• Depth of Discharge: What % of the battery’s capacity may be used before it needs to be recharged.
  • Cycle Life: How many recharge cycles a battery can undergo before it reaches end of life.
  • Calendar Life: How long, in time, a battery can be expected to last before it reaches end of life.
  • Energy Density: How much energy is stored per unit of volume.
  • Specific Energy: How much energy stored per unit of mass. Energy density and specific energy are related but distinct. For example, a battery with the same energy capacity may be large and heavy (low energy density and low specific energy), large and light (low energy density but high specific energy), small and heavy (high energy density and low specific energy), or small and light (high energy density and high specific energy).
  • Temperature Limitations: The acceptable operating temperature range of a battery. Some battery chemistries may not operate below freezing temperatures, or at very high temperatures, for example. Others generate significant heat either while charging or discharging and thus may need an active thermal management system to keep them from overheating.
  • Self Discharge Rates: The rate at which a battery loses charge while not producing energy.

There is no one single battery which optimizes all these characteristics, and in fact even within a particular battery chemistry (Lithium Ion or Lead Acid, for example), battery designers constantly have to make tradeoffs between different characteristics; for example sacrificing maximum discharge rate to increase overall capacity, or trading off cycle life against calendar life. Or trading any of the above against cost. Clearly, there is no such thing as ‘the best battery’, there is only ‘the best battery for a particular application.’

Can I Use a Solar Powered Battery Pack instead of a Generator?


Power outages due to extreme weather events are increasingly common across New England.

The increased frequency of extreme weather events in New England (which scientists link to the effects of increasing carbon pollution in our atmosphere), together with our increasing reliance on electronics in the home has led many New England homeowners to install fossil fuel powered backup generators to provide assured power in the case of a grid outage.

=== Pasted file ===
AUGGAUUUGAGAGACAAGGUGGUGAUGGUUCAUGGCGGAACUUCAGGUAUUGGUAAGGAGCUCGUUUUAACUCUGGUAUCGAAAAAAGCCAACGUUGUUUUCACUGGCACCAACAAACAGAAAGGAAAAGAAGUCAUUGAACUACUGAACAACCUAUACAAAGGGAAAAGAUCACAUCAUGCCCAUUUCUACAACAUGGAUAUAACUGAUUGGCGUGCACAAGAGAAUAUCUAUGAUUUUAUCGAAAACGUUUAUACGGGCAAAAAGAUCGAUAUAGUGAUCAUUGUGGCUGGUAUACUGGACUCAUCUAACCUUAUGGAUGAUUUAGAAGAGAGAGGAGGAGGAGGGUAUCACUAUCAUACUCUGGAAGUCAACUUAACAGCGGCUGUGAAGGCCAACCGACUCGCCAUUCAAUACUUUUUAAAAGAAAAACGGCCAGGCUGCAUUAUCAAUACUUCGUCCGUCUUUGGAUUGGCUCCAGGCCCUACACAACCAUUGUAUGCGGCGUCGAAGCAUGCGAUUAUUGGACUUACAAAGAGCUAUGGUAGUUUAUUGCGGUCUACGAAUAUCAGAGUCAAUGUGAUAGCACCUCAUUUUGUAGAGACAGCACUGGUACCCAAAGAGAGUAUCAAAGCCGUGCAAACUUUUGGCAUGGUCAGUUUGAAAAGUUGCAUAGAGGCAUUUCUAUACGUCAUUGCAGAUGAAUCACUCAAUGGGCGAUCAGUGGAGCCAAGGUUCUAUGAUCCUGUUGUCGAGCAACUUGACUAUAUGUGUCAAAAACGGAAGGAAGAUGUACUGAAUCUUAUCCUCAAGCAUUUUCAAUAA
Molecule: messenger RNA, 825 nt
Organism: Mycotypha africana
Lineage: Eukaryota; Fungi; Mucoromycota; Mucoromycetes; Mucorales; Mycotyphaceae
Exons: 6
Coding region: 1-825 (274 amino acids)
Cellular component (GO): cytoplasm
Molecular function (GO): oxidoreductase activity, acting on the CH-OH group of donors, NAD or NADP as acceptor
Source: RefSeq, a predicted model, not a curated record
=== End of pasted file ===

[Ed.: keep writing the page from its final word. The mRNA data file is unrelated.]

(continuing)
Many homeowners also are concerned about the threats of cyber attacks or terrorism on grid infrastructure (e.g. 60 Minutes). Hundreds of thousands of generators are sold across the United States each year, the majority of them dirty, inefficient, gas-burning portable backup generators sold at big box stores.

For the homeowner seriously considering a propane or gas powered standby generator, the economics and power properties of a solar-powered storage solution can be quite attractive. While a generator can provide power for everything, for a limited period of time, a solar + battery solution can provide power for the essentials, for a near unlimited period of time.

Battery Vs Generator

Advanced battery energy storage system Fossil Fuel-Powered Home Standby Generator
Maximum peak power (kW) 4.5 – 21 kW  7-10 kW
Energy Storage 10.6 – 40.5 kWhr  Depends on tank size
Duration Forever, if solar is available  Until the fuel runs out
Backup the whole house Possible but usually we design critical loads only for longer run-times  Yes
Backup critical loads forever Yes – just add sun!  No, limited by fuel tank
Noise Very Quiet  70-80 dB (As loud as a city street)
Service required None  Annual service: oil change and filters
Warranty 10 years  0-2 years
Internet-enabled Yes, included in cost  No
Future smart home ready Yes  No
Future smart grid ready Yes  No
Provides protection against solar regulatory changes Yes¹  No
Requires weekly ‘exercise’ to be available No  Yes
Net Installed Cost $8,500 – $15,500² $7,000
Plus gas install N/A  $500
Annual service cost (est) None  $200
Annual fuel cost (est) None  $300³
Expected system life 15  12
Total cost per year ~$800  $1,125
Total cost for 10 years $8,500 – $15,500²  $18,250

¹ Installing energy storage provides some mitigation of risk associated with future Net Metering uncertainty and other rate design risk by allowing a customer to maximize self-consumption, minimize demand charges or optimize energy use patterns for a possible Time of Use rate.
² Net Cost: Assumes storage is charged by a solar energy system and so is eligible for the 26% federal tax credit. Price range reflects various sizes of batteries and power capabilities.
³ Assumes 100 G a year at $3/G propane

While there are some limits to its power output capabilities, the battery pack is infinitely cleaner, can run indefinitely under proper design circumstances, has no recurring maintenance needs, and offers a range of capabilities—such as ‘self-consumption’ of solar power and grid support services—not offered by generators. As technological evolution and fierce competition push down the sticker price of battery backup units, we expect the next 3-5 years will show a seismic acceleration in the adoption of home-based battery systems.

To Chapter 5

To Chapter 7